When my dad came in not too long ago, he brought a lot of things with him. Things I’ve had to work my way through. Lots of family pictures. My mom’s purse as it was left the day she had her stroke. Her phone with my last text to her. Her tablet loaded with medical records and pictures…her rosary from high school. When time stopped, I suppose I just forgot about the time leading up to that moment. So many years that came before. Of them. Of us. Of my kids. When we were all together. None of that stopped or was erased. It only seemed like it. For a while.
I found pictures of my grandparents and extended family I never really knew. Baby pictures of my oldest in third hand clothes, back when my wife and I barely had money to develop film.
And pictures my brother had sent home from various trips that I’d never seen. As the movie goes “he was smiling. You know, smilin’ that Luke smile of his. He had it on his face till the very end”. And I’m sure he did. It comes from my dad. And I still see it in him even today through all the years and heartache on his face. One of my very favorite things about him. It was when I knew everything was okay. Or maybe he was done being mad. That we were all okay again.
My daughter leaves for New York tonight. Off to spend the summer with her boyfriend and his family. And, as has been typical lately, it’s made me think. It makes me wonder what memories she’ll be sifting through twenty years out. The struggles she’ll be looking back on with whoever she decides to have take that journey with her. And who she’ll be missing. My dad won’t be around, most likely. But she’ll know him. And I’ll remember him through her. Because I see him in her every day.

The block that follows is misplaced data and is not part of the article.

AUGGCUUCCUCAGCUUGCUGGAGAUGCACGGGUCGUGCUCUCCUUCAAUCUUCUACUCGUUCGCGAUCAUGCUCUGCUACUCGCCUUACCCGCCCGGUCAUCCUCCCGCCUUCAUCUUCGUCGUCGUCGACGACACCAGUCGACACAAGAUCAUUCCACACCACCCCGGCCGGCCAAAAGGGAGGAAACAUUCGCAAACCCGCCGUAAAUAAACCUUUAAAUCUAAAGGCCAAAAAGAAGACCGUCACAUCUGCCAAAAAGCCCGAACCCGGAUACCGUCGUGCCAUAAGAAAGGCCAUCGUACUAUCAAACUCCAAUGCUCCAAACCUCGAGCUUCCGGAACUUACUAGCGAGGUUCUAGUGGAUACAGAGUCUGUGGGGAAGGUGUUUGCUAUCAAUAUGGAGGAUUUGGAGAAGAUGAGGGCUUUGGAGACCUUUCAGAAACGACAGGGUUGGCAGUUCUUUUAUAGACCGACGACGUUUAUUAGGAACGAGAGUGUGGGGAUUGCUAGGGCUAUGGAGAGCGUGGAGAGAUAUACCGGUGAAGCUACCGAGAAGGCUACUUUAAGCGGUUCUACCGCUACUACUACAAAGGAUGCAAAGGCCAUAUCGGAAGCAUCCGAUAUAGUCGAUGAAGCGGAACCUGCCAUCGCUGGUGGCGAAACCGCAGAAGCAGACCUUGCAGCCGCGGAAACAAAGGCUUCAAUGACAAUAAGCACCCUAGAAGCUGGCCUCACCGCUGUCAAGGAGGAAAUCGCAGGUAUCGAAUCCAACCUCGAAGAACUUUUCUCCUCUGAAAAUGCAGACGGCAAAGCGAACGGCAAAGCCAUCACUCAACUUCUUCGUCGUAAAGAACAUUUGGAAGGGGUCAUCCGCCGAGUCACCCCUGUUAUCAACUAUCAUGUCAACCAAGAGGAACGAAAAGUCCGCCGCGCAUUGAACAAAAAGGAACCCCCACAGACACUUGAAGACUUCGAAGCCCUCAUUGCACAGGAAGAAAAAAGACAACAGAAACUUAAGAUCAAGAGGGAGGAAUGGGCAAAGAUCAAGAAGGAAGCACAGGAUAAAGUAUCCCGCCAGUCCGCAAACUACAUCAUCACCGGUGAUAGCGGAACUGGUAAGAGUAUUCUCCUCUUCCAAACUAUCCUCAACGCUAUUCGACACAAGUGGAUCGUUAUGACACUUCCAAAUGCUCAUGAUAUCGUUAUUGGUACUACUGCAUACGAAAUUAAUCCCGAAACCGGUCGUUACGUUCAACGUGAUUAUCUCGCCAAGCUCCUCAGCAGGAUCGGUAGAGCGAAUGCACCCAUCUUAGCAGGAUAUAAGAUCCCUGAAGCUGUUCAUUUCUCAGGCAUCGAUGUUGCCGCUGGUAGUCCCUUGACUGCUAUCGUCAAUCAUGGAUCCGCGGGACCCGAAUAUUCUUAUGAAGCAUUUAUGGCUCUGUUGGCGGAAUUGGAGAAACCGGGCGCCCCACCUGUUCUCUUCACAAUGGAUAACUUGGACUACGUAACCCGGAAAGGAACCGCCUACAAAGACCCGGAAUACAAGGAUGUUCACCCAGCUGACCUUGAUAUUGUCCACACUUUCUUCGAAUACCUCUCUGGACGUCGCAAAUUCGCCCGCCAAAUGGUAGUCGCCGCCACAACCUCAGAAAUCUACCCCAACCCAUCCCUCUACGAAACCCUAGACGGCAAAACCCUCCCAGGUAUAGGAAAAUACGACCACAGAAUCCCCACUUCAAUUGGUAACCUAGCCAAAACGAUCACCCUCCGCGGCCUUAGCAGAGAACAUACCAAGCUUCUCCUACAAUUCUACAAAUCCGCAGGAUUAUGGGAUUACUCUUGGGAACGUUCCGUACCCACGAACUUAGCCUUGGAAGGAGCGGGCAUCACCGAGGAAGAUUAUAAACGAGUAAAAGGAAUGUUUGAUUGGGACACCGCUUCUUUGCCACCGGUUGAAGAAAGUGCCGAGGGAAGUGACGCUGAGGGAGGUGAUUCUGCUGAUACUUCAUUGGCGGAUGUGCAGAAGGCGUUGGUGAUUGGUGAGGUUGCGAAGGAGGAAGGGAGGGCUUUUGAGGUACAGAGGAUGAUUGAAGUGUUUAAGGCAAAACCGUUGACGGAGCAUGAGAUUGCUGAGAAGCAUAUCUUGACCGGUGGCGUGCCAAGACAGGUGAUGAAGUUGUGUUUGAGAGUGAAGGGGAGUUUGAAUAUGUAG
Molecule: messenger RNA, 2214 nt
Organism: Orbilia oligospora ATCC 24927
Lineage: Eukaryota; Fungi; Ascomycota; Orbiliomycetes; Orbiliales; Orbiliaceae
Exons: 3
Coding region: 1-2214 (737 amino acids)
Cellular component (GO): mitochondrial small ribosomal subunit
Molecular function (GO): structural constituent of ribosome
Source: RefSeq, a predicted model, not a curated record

And, somehow, as I see who she’s growing into, I find more of myself in her each day even though I could never measure the courage and strength she’s taught me. Without even knowing. I’ll miss her. But I want her to go. This is how time begins to move forward. For her and for me.
This is one of my favorite pictures of my father. And I finally have it. My mom took this when they visited Stations of the Cross together as teenagers. Their relationship was still new. She, no doubt, had the rosary with her that she carried until her last day. I see these private moments between them when so much lied ahead, a whole life. And I wonder how much of all this they ever saw. Or if they ever even looked. I can’t be sure.
I know where we are now. But I’m glad to be able to know and see all that came before regardless of what lies ahead.
There are few of me that I connect with the way I do this one, where I’m actually reminded of where *I* come from. That I am a part of him. I will be proud, one day far off, to be even a small bit of the man my father has been to all of us. Through everything and back again.